The Government has rejected a recommendation to introduce mandatory menopause training for GPs, saying ‘it is not necessary.’
Last year, the House of Commons Women and Equalities Committee recommended that the menopause is be given ‘more priority’ in initial training for GPs and a ‘mandatory aspect’ of continuing GP professional development.
In a report on menopause and the workplace published in July, the committee of MPs said: ‘We recommend that the Royal College of General Practitioners makes training on menopause a mandatory aspect of continuing professional development requirements for GPs.’
The committee also demanded that all GP surgeries should ensure that at least one member of their clinical staff ‘has received specific training around menopause.’
This week the Government has responded to the report, saying it is not within its remit to require every GP surgery has training on menopause.
The response added: ‘GPs are responsible for ensuring their own clinical knowledge remains up-to-date and for identifying learning needs as part of their continuing professional development. Menopause care is a core competency of all qualified GPs.
‘The Royal College of General Practitioners regularly review training provision and requirements for GPs.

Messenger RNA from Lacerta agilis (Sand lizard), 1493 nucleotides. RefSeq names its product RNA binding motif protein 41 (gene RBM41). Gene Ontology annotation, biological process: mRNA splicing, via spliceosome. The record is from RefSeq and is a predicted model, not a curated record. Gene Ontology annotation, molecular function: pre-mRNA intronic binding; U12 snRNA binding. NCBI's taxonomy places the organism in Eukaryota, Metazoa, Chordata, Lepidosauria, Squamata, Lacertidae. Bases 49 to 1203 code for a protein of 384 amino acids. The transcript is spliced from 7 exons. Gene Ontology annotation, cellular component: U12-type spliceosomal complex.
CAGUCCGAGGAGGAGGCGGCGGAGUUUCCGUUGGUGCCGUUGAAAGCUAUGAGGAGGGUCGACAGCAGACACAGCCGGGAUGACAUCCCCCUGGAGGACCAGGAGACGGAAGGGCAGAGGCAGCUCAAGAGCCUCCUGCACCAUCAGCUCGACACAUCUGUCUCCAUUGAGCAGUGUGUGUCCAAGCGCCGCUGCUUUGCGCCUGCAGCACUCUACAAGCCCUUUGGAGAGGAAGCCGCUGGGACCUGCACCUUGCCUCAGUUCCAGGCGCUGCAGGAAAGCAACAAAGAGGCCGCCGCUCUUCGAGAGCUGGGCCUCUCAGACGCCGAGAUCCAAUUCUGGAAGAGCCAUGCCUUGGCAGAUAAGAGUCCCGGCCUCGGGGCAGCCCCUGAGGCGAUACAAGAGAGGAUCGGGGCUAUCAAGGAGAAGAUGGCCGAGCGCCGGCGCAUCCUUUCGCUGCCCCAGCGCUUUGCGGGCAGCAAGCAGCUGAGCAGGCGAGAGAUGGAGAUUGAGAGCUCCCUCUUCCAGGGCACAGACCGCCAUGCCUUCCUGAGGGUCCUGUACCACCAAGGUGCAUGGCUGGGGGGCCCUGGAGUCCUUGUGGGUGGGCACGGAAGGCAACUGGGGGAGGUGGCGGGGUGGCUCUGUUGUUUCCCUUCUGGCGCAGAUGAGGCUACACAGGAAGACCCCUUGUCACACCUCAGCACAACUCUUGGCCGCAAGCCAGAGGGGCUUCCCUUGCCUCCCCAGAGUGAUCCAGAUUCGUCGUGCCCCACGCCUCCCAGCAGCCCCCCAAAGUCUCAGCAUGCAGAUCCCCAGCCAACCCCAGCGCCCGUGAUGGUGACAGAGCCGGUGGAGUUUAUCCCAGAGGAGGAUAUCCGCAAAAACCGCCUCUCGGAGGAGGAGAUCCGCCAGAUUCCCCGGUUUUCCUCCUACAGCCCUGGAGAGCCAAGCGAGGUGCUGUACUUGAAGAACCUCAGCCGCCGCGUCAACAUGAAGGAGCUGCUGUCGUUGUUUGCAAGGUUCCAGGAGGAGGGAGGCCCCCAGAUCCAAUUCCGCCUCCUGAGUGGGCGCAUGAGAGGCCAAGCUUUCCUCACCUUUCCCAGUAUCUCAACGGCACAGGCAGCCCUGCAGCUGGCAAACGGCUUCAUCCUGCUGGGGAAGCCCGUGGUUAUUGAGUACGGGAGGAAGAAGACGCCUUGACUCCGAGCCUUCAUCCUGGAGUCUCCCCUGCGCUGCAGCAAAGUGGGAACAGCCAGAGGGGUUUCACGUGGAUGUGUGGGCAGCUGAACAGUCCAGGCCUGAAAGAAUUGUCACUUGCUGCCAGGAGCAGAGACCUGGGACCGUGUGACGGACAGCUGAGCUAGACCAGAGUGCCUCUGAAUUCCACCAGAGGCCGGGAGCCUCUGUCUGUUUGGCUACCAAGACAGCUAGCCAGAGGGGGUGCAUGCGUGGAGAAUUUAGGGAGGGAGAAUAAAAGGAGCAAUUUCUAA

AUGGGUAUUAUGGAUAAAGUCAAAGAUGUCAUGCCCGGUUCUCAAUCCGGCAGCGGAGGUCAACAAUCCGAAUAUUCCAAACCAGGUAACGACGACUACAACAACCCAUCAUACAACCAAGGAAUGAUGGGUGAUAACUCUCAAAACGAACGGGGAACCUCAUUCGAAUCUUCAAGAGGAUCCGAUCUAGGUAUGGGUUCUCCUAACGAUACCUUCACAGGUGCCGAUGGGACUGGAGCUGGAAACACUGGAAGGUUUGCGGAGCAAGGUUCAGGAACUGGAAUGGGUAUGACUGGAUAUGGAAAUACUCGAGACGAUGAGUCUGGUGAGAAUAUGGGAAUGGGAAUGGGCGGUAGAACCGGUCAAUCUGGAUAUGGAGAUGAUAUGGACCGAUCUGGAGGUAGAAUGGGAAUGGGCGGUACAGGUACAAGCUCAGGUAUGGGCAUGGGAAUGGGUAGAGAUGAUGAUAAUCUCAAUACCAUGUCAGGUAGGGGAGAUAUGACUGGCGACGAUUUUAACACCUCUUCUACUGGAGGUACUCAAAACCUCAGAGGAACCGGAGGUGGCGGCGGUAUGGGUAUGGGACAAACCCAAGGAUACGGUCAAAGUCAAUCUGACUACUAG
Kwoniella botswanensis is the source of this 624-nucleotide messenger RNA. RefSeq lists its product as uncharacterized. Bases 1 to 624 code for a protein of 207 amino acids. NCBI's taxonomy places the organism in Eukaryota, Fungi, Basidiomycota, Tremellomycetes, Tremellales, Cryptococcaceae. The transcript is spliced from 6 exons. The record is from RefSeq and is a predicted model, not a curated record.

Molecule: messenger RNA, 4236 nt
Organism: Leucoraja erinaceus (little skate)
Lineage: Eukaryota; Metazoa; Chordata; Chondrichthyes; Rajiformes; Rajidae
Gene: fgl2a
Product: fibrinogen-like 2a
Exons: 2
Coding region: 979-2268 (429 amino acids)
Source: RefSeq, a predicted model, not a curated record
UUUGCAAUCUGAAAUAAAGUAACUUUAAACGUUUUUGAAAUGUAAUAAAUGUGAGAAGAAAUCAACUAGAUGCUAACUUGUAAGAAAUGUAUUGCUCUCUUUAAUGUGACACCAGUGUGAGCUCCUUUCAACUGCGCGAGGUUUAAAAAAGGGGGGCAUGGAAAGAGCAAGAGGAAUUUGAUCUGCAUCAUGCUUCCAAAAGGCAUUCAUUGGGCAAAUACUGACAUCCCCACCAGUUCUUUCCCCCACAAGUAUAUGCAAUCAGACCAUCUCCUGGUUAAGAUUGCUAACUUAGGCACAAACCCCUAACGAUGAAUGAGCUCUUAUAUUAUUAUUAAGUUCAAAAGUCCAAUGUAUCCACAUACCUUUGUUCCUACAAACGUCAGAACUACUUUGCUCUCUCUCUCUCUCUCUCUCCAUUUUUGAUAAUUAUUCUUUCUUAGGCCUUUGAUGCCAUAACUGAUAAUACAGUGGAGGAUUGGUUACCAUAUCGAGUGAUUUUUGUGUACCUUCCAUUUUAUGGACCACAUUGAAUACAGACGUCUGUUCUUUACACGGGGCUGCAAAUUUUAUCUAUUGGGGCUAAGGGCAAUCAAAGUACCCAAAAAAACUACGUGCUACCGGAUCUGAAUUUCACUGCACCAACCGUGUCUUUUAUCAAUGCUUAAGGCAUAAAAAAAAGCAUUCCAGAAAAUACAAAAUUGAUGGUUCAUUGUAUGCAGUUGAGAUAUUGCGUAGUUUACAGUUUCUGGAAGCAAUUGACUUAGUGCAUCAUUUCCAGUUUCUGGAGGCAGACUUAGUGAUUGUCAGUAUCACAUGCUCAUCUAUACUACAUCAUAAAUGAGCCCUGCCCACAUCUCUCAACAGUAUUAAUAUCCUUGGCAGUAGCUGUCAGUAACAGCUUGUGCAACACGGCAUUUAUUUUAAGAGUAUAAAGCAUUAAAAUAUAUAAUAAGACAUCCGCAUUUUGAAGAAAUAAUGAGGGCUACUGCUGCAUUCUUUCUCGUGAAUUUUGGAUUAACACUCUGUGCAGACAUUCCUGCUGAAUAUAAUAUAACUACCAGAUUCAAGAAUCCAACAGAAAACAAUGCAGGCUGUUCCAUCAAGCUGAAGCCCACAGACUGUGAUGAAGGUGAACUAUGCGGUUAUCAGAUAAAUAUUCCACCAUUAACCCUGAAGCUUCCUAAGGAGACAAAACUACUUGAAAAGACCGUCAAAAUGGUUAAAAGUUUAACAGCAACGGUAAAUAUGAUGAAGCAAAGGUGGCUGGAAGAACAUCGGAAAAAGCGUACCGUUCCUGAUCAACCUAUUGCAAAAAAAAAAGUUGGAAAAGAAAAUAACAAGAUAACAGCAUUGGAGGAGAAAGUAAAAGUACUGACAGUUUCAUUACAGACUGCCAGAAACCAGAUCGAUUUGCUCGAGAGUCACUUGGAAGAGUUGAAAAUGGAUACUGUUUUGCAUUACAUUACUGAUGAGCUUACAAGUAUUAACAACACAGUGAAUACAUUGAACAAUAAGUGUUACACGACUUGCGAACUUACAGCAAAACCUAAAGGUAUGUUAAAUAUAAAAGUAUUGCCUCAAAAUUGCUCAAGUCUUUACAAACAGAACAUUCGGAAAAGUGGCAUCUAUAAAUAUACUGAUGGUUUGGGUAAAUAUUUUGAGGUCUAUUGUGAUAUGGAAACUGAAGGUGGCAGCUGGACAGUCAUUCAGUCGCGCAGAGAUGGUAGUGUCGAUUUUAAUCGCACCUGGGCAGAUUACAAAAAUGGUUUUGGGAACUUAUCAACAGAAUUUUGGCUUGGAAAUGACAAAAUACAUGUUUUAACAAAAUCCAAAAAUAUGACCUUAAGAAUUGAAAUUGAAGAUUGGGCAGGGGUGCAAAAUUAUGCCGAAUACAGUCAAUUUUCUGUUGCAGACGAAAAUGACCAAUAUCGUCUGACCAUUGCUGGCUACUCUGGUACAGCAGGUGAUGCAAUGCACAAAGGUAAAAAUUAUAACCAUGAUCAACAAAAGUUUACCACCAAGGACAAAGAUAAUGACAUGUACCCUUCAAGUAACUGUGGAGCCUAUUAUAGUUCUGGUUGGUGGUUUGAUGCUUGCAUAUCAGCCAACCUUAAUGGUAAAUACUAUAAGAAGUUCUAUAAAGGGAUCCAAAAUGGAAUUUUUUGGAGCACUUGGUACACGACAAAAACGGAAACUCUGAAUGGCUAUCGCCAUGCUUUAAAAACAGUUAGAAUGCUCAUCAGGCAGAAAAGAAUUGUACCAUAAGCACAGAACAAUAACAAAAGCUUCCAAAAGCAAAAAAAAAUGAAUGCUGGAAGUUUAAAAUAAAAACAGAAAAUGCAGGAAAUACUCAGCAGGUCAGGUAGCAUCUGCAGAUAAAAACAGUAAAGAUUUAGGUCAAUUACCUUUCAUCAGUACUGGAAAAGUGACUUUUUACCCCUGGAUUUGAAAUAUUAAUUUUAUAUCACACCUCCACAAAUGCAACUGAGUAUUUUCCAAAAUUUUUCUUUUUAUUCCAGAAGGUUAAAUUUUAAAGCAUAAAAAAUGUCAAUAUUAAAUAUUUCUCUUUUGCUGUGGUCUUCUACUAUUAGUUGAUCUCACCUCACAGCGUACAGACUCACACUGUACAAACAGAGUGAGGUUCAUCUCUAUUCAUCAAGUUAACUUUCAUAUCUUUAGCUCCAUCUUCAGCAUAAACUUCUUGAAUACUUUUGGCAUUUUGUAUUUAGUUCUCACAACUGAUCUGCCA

‘The Government cannot respond on behalf of the RCGP; however, the RCGP position is that mandating menopause training is not necessary.’
Dr Kamila Hawthorne, chair of the RCGP, said that GPs take menopause and perimenopause ‘very seriously,’ and want to do the best for women, taking into account each individual’s needs.
She said: ‘Menopause is included in the RCGP curriculum which all GP trainees need to demonstrate competency of in order to practise independently as a GP in the UK.
‘GPs have the broadest curriculum, which aims to expose trainees to the full extent of conditions they are likely to see in general practice. Introducing additional mandatory training courses for some areas of medicine and not others would be unworkable.
‘We also undertake lifelong continuing professional development and have to demonstrate ongoing learning across the curriculum to continue to practise.
‘To this end, the College has worked with partners including the British Menopause Society and Royal College of Obstetricians and Gynaecologists to develop educational resources for GPs on women’s health.
‘We will continue to develop these and more to support GPs and other healthcare professionals deliver the best possible care for women, based on the latest evidence.’
The Government also rejected the committee’s recommendation there should be a menopause specialist or specialist service in every CCG area, saying: ‘It is not within the remit of central government to commission specialist health services.
‘Integrated Care Boards are responsible for commissioning services that meet the health needs of their local population and have discretion to determine what priority needs are required in their area and can commission and implement specialist services where appropriate, including services for menopause.’